selling to customers and doing all their

own marketing and you know trying to

find customers but I know that there's a

lot of farms that are especially locally

that farmers I met better

alright bigger scale to me it used to be

in tobacco like you mentioned and don't

want to do all that side of it and so

you soon can come in and sort of connect

those people with the customers

essentially yeah I mean I think it's

important to note that we have no

minimum size requirement or maximum size

requirement for a farm for us it's

really vetting integrity communication

quality and is wholesaling a good fit

for you I think a lot of farms that are

close to an urban area that have access

to a farmers market or to other direct

market channels or wholesale smaller

farms tend to be killer and marketing

their own product they tend to be really

open to feedback they tend to be really

interested in talking about the new

varieties that they're seeing in the

seed catalog and getting information

from the chef's that they work with

about what they should put into the next

year so that's a really honorable food

system for anyone to participate in as a

diner or a shopper or whatever but we do

have a lot of farms that are actually

really close to us like down the road

and I think for those farms they love

going to the markets on Saturday or they

love having their you know other direct

market channels but they also really

love knowing that they're gonna be able

to count on like 5k or $10,000 a year

from these wholesalers that are right

off the road and while they're driving

in anyhow to this brewery or some other

customer they're able to drop some

product off for us coming from a small

farm the reason why and my world is that

small person to be successful

financially is that they do have that

direct marketing right because they get

a higher price for copper unit whatever

and so for me I've always been hesitant

to try to connect the wholesalers

because I sort of need that difference

in there so do you think that it's

beneficial for small farms to sort of

have that diverse strategy in sales like

you go after your farmers market your

restaurants and then if there's an extra

and it makes sense me to reach out to

wholesalers have a good strategy yeah I

think diversity is key in every sense of

the word from microbiology up to

marketing schemes for sure I don't think

that calling you know with overages or

leftovers from a market or something is

at all what's going to work well with

any wholesale channel whether it's

direct to a chef or to a wholesaling

aggregator but but having a conversation

of hey you know I'm growing on this much

I want to expand by a half an acre you

know here's the list of the things I do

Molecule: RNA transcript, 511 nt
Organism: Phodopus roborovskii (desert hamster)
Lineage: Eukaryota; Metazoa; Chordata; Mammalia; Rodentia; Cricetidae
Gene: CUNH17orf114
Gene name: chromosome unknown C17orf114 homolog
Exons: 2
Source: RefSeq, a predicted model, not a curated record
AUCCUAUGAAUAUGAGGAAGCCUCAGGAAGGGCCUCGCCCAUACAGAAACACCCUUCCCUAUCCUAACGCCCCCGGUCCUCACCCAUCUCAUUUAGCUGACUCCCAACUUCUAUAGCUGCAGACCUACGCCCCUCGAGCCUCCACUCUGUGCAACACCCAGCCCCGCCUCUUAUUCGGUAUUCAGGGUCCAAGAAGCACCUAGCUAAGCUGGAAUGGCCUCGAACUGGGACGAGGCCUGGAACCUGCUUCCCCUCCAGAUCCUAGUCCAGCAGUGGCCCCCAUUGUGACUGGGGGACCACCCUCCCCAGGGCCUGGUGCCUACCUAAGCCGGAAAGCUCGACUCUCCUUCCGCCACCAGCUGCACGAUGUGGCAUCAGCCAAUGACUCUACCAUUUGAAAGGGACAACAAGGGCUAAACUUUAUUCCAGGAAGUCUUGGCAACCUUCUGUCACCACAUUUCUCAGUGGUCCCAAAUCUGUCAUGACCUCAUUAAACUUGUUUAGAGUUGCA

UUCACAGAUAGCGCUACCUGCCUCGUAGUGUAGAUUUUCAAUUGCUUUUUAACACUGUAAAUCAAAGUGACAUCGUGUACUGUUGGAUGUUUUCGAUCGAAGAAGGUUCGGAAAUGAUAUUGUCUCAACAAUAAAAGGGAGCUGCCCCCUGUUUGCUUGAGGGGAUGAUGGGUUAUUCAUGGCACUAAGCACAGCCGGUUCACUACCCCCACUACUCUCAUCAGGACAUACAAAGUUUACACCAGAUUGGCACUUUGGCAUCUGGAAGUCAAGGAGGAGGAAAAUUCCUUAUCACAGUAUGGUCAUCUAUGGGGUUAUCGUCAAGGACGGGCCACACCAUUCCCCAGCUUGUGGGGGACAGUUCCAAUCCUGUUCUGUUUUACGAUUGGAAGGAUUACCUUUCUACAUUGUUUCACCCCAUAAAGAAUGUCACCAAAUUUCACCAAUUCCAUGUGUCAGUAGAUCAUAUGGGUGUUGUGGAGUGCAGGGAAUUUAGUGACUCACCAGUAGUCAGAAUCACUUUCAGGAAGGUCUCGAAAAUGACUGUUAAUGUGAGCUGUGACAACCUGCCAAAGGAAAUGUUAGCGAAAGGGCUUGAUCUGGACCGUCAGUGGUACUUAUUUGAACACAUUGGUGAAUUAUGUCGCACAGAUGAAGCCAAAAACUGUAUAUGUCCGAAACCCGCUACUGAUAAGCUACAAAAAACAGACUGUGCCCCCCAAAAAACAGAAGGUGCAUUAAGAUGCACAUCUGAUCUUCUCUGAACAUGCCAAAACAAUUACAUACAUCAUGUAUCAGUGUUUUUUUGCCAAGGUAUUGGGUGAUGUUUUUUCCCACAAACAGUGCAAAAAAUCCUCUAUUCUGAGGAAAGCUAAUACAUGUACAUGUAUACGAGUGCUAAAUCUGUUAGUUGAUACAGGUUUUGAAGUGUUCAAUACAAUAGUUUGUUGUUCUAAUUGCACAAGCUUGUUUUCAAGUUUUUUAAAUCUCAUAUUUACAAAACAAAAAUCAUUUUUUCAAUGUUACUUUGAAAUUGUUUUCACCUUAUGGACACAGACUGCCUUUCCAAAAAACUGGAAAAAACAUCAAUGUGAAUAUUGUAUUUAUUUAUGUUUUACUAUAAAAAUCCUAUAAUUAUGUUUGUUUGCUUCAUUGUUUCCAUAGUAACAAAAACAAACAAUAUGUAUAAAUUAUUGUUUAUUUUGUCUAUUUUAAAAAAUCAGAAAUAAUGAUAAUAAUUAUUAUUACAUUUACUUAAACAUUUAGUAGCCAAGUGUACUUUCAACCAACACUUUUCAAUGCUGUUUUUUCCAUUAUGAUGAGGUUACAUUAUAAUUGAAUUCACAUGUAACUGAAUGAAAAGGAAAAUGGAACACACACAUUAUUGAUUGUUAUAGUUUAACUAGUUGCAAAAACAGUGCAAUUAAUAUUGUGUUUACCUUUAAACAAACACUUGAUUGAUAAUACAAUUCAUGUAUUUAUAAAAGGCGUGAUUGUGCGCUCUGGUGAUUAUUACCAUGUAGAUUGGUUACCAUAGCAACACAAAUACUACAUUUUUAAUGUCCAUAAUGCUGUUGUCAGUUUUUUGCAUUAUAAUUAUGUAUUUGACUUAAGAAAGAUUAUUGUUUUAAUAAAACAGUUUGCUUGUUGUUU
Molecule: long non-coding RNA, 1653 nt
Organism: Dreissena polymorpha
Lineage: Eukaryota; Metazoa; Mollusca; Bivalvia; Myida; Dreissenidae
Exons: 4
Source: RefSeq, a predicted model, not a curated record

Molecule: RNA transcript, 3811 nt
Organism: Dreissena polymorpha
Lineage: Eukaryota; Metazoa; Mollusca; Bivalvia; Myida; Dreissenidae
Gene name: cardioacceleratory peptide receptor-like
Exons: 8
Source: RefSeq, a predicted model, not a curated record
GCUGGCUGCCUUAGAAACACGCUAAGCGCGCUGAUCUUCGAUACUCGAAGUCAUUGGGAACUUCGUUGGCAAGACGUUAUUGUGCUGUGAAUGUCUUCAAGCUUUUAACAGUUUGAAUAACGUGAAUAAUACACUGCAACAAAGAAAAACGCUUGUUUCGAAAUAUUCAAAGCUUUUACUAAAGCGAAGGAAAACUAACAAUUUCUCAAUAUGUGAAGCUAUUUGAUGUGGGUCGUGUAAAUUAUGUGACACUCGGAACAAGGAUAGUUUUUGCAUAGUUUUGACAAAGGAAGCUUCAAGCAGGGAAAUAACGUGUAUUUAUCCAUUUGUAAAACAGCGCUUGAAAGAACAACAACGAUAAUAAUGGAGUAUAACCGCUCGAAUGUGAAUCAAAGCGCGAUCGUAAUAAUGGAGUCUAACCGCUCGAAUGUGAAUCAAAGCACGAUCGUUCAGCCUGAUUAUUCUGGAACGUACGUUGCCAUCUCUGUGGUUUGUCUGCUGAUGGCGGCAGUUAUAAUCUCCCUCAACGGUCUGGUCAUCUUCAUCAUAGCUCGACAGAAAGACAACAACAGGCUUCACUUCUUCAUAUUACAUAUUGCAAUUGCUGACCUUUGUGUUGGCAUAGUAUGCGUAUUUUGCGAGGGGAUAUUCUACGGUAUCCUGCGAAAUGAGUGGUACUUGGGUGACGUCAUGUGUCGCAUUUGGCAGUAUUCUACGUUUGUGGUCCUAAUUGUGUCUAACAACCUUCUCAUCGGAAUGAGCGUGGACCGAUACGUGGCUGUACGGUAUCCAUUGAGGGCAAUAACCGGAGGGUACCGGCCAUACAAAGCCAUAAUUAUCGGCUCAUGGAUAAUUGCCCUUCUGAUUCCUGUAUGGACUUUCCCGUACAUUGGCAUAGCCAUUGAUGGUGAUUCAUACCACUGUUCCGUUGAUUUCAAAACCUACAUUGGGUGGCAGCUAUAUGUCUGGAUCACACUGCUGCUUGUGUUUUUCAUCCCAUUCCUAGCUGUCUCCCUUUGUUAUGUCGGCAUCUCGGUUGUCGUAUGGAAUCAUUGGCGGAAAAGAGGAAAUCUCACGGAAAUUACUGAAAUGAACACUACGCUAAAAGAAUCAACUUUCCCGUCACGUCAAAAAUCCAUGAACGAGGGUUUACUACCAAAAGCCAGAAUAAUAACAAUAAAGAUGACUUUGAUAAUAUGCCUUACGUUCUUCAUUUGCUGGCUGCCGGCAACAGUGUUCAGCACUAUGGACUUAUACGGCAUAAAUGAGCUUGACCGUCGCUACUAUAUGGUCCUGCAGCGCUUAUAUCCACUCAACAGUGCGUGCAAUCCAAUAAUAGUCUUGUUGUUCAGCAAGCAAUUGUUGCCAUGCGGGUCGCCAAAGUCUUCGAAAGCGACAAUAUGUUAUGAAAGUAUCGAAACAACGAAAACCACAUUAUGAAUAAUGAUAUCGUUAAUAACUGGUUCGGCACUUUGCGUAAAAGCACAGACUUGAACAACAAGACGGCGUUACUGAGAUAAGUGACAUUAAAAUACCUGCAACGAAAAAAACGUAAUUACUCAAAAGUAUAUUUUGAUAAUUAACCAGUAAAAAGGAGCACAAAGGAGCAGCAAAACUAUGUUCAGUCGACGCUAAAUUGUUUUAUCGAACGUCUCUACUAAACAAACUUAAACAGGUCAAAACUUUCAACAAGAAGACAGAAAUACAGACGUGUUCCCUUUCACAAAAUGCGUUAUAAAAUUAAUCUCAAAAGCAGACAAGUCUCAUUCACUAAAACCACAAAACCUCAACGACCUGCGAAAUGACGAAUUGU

really really really well

which of these could be a good fit and I

don't want to make any huge promises you

know there's no contracts for us that

get signed but it's important for us to

be able to fit farmers expectations into

our plans so that we can show up for you

and be able to reflect back here's the

price we kind of thought we were gonna

maybe be able to get for you here's the

cases or the volume that we thought we

were gonna be able to move for you and

did we meet our goals so someone who's

serious about sustainable food how do

you get into all this like where did

your background meet to engineer yeah so

I randomly became a vegetarian when I

was 10 on my own devices and so I had a

young age my mom was like sounds good

help yourself to cooking like fuel you

know and actually they were brilliant

and took me to one appointment with a

nutritionist so it was really helpful

for me to have this index card on the

fridge of the exact minimum requirements

of protein I needed every day and so I

kind of had like good marching orders of

how to take care of myself which was a

huge blessing because it really I think

in many ways started to see

the path of kind of a Virgo

businesswoman in terms of the ability to

make a list make priorities and go after

what you think you can accomplish in

life and so I loved to cook from a young

age of course not with me

and I became really passionate about

vegetables I just I could tell that

there was something really important

about vegetable quality and I as a born

environmentalist I definitely was very

interested in more toxic-free living and

so organic wasn't necessarily something

I saw in New York where I grew up but I

was definitely already skewed in that


when I moved to Ohio I started working

with Amish farmers and helped organize

getting product from local farmers

mostly Amish in that area into the

college dining halls that I worked with

and in many cases it was really just a

design solution how do we get the list

of local food in front of the food

buyers and the chefs before their

deadline for ordering off of the mass

market system it was a very gentle way

to be able to stoke all of my optimistic

dreams of saying oh you know people want

this why can't we have this this is a

free market system people want to supply

it people want to buy it the only

missing link is that missing link I want

to be that missing link so when we moved

so when I moved down to North Carolina I

wanted to figure out how to continue to

play a role in just building up more

regionally adaptive sustainable organic

local food systems because I know that

the ability to purchase and consume

things that fit within my value system

we're just important to me in terms of

how I want to live the clear concept was

that an organic and local food system

requires infrastructure if it's ever

going to make a dent in a wholesale

environment and as much as I love

farmers markets and they're a massive

and important way to support small farms

and support the loyal customer

who are the frontlines of all of these

movements the problem is is that it's

not necessarily going to be able to make

a dent in mass American culture and so

what we should also try to do is supply